About Dementia

Learn about the different types of memory diseases we specialize in at ProTem.

Normal Pressure Hydrocephalus (NPH)

Normal Pressure Hydrocephalus (NPH) is a condition where the cerebral spinal fluid collects in the brain, often without increasing intracranial pressure. The ventricles in the brain become enlarged to accommodate the extra fluid because the fluid is unable to drain out or be absorbed.

The reason the fluid is blocked from reabsorption isn’t clear. This condition was first identified in 1964, and is still undiagnosed often enough that it’s considered rare. But as more young neurologists who are looking for NPH find it, it may become more common.

There is a triad of neurological normal pressure hydrocephalus symptoms that are present with this condition and help with diagnosis: gait disturbances, dementia, and bladder control.

It’s interesting to note that normal pressure hydrocephalus is something of a misnomer. This condition was identified before continuous pressure-recording procedures were in use. It’s quite common for NPH patients to experience variations in cerebral spinal fluid, from highs to lows and back again. But the name “normal” pressure hydrocephalus is still used widely.

NPH is most commonly seen in older adults. As mentioned before, because this condition is so often misdiagnosed, it’s estimated that only about 20% of all patients with NPH are actually diagnosed by this name.

Unless the physician uses appropriate diagnostic testing, a high percentage of these patients are diagnosed with Alzheimer’s or Parkinson’s.

Since NPH is a cause for dementia that can actually be reversed by early treatment, it’s vital that diagnostic tools be used to rule out NPH in every patient who shows signs of dementia and changes in gait.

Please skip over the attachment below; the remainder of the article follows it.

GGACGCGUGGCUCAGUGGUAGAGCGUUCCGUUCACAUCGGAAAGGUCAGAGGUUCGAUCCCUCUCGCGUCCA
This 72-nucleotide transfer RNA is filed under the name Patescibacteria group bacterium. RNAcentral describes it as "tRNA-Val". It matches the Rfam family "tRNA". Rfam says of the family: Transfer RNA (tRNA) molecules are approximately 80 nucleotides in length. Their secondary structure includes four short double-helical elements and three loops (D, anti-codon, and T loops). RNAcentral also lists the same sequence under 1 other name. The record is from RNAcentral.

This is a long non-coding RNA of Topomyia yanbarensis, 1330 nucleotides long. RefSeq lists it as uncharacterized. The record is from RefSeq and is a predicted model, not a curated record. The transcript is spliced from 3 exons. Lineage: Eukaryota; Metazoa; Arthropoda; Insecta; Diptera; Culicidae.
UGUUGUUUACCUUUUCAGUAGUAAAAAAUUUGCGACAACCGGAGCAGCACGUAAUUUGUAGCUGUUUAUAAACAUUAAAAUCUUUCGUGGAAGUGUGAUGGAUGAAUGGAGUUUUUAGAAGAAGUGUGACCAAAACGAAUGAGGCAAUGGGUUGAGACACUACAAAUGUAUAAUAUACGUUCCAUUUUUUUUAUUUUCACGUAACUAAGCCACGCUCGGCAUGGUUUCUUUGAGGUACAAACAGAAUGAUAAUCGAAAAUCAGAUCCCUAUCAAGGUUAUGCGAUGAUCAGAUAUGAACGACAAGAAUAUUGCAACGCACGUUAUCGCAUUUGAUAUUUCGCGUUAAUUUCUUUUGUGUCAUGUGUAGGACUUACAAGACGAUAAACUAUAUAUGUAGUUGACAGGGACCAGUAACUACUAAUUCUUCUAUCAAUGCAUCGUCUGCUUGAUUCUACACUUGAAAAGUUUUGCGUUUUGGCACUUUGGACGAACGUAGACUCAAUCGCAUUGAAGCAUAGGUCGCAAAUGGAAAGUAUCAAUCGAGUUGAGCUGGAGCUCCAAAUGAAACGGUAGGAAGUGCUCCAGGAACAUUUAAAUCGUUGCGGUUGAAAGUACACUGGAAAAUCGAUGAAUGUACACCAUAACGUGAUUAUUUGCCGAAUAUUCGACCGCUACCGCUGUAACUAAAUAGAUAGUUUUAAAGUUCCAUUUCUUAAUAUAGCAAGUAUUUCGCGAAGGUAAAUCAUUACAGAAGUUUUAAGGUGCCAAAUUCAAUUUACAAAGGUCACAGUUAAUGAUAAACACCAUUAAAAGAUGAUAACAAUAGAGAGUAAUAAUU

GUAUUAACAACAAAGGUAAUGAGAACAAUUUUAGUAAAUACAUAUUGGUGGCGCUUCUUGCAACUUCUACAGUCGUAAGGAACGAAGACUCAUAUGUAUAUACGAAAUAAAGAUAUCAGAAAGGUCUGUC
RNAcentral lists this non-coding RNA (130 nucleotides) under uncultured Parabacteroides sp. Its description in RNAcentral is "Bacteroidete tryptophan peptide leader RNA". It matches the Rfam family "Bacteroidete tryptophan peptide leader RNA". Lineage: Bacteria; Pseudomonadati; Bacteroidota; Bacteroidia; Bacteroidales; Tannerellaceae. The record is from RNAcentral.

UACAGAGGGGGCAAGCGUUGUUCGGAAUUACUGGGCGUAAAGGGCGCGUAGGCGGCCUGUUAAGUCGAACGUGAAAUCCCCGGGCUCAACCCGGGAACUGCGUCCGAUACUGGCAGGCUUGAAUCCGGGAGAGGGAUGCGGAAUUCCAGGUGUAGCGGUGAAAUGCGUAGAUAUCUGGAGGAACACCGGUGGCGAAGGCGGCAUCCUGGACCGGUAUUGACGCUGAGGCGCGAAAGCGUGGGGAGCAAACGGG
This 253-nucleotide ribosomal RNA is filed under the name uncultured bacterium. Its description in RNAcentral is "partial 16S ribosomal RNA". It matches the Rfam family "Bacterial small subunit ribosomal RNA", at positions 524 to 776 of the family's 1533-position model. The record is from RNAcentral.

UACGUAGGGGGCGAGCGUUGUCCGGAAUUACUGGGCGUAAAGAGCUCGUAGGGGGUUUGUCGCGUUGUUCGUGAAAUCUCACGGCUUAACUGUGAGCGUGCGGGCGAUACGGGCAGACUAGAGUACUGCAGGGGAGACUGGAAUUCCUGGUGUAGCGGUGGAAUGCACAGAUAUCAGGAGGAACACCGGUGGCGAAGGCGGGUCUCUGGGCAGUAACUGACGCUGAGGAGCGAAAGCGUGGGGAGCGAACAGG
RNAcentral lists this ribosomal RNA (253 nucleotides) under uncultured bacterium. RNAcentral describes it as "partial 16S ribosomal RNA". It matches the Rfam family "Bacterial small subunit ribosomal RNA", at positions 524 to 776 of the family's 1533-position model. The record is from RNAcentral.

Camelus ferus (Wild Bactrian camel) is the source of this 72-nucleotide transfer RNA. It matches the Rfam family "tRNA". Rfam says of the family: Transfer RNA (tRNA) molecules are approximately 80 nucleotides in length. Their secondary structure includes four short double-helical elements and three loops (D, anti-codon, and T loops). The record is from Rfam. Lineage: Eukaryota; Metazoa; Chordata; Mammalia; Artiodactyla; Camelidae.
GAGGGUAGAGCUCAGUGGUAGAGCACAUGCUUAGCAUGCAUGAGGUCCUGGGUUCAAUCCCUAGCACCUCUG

If you’ve seen this triad of symptoms in someone you love, make sure your doctor tests for NPH, and follows up with treatment.

Remember the triad of symptoms for this condition: gait disturbances, dementia, and bladder control.

There are still practicing physicians who aren’t familiar with NPH. Your best chance of an accurate diagnosis and treatment is with a young neurologist.

At ProTem here in Moncton, NB, we can help you walk through decisions for your loved one who has a dementia diagnosis.

Call us at 506.852.9652 or send us a message.

ProTem Health Services in Moncton, NB

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Visit us at:
71 Gorge Road
Moncton, NB E1G 1E5

Mailing address:
Box 4-120, 331 Elmwood Drive
Moncton, NB E1A 1X6

Telephone: 506.874.9652

Our five small homes are located in the Mapleton area of Moncton.

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